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Fleischman and Walsh, L.L.P
Law Firm Press | 2007/02/19 20:07

Since its founding in 1976, Fleischman and Walsh, L.L.P. has effectively served its clients in the telecommunications, cable television, broadcasting, energy, transportation, corporate, and financial areas, representing large international and domestic corporations, established and start-up companies, and individuals and closely held entities, helping each client to achieve its optimum goals.

Being a mid-sized firm, Fleischman and Walsh, L.L.P. is the ideal size for personalized and highly specialized client service. We seek to represent each of our clients, large or small, with a thorough, thoughtful and result-oriented approach.

Fleischman and Walsh, L.L.P Specialty

Cable Television

The firm has an unparalleled depth and breadth of knowledge, experience, and ability in cable television law. We represent our cable television clients on a full range of matters arising before the FCC, such as rate regulation, must carry/retransmission consent, customer service standards, leased access, subscriber privacy, EEO, program access and affiliation agreements, licensing, rulemakings, and special relief and waiver petitions, as well as all types of ownership issues. We also assist with copyright matters, including the resolution of disputes before the U.S. Copyright Office and issues before other federal agencies, such as the Federal Trade Commission, Department of Justice, Department of Agriculture, Rural Utilities Service, Federal Aviation Administration, and Occupational Safety and Health Administration.

On the local level, we help our cable clients in their relations with local and state franchising authorities regarding matter such as franchise renewals, modifications and transfers, rate increases, and franchise fees. Our regulatory attorneys work closely with our corporate and securities group to ensure that cable system sales, acquisitions, refinancings, and other transactional matters are handled in the most efficient and effective manner.

Increasingly, our cable practice has involved competitive issues, such as system overbuilds, direct broadcast satellites (DBS), wireless cable, open video systems, rate uniformity, access to programming, marketing practices, access to multiple-dwelling buildings, and ownership of internal wiring. And as our clients have entered into Internet access, voice over Internet protocol, and other new lines of business, our practice has evolved with them, allowing us to offer advice and counsel on the telecommunications, intellectual property, antitrust and other legal issues raised by these endeavors.

We are also involved in state and federal legislative matters affecting cable television, assisting the National Cable Television Association and other clients in connection with various proposals pending before Congress and the FCC from time to time, including the 1996 Telecommunications Act, the 1992 Cable Act, and the 1984 Cable Act. We also represent state cable television trade associations in connection with state legislative and regulatory issues and federal proposals with state-wide impact.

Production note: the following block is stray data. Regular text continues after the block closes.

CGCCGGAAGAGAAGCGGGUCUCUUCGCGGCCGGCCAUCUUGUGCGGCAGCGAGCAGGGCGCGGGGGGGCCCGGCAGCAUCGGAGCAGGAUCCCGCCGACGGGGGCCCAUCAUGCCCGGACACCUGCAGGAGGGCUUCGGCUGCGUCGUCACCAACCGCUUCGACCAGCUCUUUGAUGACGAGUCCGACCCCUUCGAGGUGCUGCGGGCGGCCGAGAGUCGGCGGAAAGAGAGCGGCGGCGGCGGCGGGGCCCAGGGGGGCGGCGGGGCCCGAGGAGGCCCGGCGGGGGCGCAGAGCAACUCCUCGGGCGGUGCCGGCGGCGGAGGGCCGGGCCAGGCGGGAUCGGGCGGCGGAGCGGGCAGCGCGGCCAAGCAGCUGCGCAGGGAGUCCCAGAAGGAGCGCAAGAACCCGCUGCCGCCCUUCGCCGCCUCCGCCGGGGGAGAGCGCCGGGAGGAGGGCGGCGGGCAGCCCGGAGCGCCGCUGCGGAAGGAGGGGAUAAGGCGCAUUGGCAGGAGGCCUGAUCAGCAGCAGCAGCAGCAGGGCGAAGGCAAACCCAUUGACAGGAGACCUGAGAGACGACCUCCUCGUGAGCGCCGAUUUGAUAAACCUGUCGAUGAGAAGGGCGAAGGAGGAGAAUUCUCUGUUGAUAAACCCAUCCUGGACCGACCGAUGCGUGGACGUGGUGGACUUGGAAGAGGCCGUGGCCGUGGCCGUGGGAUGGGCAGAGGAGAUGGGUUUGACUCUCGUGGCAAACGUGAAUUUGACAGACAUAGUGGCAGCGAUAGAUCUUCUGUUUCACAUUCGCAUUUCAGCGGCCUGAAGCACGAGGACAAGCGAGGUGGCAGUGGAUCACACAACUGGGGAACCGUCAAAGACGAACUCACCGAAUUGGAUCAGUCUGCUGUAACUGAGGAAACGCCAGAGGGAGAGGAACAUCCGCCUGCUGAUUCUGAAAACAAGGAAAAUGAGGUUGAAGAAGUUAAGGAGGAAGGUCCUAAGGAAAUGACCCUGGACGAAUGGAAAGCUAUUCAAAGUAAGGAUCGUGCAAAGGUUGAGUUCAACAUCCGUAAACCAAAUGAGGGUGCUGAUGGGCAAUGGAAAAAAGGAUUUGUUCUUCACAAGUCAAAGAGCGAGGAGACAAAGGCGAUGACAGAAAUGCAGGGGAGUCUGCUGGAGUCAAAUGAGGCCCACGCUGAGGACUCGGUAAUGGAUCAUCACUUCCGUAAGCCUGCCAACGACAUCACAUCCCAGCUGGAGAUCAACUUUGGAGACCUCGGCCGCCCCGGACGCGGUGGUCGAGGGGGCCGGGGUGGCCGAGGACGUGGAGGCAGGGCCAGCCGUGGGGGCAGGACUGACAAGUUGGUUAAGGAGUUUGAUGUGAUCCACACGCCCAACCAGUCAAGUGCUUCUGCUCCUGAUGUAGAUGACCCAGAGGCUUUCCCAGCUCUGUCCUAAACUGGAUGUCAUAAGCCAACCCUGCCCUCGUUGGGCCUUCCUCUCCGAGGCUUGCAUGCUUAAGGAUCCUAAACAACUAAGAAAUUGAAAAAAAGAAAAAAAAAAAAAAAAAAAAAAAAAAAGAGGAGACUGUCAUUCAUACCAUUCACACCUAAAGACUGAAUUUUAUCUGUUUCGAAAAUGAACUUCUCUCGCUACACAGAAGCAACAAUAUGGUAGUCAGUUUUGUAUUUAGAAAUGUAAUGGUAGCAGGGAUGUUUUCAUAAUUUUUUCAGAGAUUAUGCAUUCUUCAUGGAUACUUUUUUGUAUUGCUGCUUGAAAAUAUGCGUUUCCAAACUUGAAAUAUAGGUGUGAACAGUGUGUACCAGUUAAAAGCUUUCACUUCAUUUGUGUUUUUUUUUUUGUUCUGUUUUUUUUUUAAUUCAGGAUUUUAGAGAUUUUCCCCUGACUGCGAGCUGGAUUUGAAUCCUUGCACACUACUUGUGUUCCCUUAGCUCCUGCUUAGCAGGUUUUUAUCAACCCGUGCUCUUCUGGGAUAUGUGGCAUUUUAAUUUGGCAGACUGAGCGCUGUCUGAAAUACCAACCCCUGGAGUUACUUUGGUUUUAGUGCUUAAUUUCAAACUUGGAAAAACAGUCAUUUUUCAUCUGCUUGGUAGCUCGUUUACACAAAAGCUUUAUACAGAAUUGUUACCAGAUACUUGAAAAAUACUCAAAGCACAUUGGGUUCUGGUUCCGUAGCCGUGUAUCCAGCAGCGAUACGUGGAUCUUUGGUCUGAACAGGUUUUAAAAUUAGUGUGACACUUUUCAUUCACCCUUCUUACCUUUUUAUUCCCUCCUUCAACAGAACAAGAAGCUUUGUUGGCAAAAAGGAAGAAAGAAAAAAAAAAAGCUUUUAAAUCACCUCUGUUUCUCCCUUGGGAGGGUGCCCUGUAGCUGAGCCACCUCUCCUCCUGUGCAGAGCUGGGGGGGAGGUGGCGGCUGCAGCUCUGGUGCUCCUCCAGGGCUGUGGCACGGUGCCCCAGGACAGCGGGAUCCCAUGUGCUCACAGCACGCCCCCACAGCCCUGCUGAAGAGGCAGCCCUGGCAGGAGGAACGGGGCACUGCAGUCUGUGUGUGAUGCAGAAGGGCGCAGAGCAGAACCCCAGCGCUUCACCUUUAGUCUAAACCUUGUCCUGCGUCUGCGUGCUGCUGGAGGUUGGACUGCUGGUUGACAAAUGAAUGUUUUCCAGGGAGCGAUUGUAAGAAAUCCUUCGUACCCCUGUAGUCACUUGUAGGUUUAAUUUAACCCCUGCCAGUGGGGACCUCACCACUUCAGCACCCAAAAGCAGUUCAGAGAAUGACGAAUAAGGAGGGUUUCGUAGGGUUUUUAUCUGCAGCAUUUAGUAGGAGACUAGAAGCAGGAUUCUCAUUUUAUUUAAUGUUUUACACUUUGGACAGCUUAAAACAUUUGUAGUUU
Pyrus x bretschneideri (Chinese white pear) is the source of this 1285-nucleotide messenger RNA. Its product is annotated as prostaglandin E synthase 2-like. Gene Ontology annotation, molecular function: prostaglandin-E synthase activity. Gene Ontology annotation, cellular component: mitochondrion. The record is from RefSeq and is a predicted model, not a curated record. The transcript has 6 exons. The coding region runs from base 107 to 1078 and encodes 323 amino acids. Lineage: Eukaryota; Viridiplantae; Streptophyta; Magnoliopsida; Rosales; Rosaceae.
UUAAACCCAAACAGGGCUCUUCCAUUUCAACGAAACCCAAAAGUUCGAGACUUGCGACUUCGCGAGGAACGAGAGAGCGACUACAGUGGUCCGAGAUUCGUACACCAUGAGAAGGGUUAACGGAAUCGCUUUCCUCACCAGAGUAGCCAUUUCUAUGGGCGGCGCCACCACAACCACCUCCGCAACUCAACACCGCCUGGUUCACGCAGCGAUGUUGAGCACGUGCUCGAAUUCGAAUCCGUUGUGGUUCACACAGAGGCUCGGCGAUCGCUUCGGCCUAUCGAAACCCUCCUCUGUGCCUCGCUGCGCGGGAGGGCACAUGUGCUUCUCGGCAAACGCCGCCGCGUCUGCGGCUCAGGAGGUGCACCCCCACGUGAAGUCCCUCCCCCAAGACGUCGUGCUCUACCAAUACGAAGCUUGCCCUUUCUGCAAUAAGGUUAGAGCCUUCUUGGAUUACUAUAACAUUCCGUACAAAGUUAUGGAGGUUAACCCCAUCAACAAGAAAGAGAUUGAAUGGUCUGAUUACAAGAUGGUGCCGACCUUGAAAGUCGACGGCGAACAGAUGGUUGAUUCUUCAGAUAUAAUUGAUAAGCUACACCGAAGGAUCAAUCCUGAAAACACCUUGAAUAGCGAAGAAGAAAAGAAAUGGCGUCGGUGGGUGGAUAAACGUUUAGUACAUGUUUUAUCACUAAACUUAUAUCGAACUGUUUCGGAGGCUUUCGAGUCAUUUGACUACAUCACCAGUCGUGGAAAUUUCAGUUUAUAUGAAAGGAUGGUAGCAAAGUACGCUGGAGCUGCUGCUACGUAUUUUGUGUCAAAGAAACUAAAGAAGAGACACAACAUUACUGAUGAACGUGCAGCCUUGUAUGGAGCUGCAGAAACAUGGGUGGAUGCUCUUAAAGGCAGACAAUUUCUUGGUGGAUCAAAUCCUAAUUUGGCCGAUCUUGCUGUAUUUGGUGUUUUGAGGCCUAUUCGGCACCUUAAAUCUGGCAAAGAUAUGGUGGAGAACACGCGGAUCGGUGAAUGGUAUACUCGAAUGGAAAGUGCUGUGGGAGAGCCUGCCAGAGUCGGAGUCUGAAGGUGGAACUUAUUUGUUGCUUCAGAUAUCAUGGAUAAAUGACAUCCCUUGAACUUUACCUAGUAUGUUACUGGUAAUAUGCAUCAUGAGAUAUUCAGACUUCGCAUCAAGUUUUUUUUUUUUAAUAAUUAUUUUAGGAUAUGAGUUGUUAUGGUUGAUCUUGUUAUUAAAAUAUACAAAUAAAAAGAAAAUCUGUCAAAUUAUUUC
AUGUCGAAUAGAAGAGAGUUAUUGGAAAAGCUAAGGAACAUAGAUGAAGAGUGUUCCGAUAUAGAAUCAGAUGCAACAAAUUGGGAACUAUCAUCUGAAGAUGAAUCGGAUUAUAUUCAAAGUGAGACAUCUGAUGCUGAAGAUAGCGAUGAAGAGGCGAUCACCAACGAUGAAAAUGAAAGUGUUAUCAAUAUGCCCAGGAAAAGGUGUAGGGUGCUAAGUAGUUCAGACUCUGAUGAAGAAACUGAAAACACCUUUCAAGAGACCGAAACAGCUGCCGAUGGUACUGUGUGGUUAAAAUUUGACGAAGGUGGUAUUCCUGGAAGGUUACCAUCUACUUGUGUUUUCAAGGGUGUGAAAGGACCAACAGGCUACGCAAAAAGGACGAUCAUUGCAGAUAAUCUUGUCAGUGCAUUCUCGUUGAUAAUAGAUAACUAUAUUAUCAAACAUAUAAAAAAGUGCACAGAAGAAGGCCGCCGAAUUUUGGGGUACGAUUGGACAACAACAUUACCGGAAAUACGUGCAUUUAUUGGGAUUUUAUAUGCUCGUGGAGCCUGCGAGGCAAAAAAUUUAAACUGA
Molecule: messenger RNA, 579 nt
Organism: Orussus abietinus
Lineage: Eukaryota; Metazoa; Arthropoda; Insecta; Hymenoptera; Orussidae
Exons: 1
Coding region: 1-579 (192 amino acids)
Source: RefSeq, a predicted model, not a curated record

Our cable television clients include several of the nation's largest and most prominent multiple-system operators, growing medium-sized companies and smaller, privately owned entities. We also represent established and start-up cable programming networks, as well as brokerage firms, lenders, equipment manufacturers and others involved in various aspects of the cable industry.

Search Warrants Target Tax Preparers in 7 Cities
Lawyer News | 2007/02/16 22:05

WASHINGTON — Search warrants were carried out in seven cities this week by special agents from the Internal Revenue Service. According to affidavits filed in federal court, the IRS is seeking evidence from tax-preparation businesses suspected of preparing returns on behalf of clients requesting egregious amounts involving this year’s special telephone excise tax refund.

IRS criminal investigators served search warrants at tax preparation businesses in Atlanta, Ga.; Dallas, Tyler and Athens, Texas; Riverside, Calif.; Miami, Fla.; and New Orleans, La. Special agents temporarily closed the businesses, seizing computers and documents to use in their investigations.

“We want everyone who is eligible for the telephone tax refund to claim it but not to inflate the amount requested,” said IRS Commissioner Mark W. Everson. “We have seen limited but serious instances of abuse, and we’ve sent in criminal investigators to pursue the matter accordingly.”

Along with the IRS enforcement action in seven cities, other tax preparers across the nation who are preparing questionable telephone tax refund requests are receiving visits from IRS revenue agents (auditors) and special agents. The agency began conducting the visits last week. The IRS advised taxpayers to stay away from unscrupulous promoters and tax preparers who make false claims about the telephone tax refund and suggest that many, if not most, phone customers can get hundreds of dollars or more back under this program.

At the same time, the IRS urged taxpayers now filling out their 2006 returns not to overlook the telephone tax refund. Out of early filers, nearly one in three are failing to request this special refund, and although some of them may not be eligible, others may qualify and not know it. The vast majority of those who are requesting it are doing so correctly.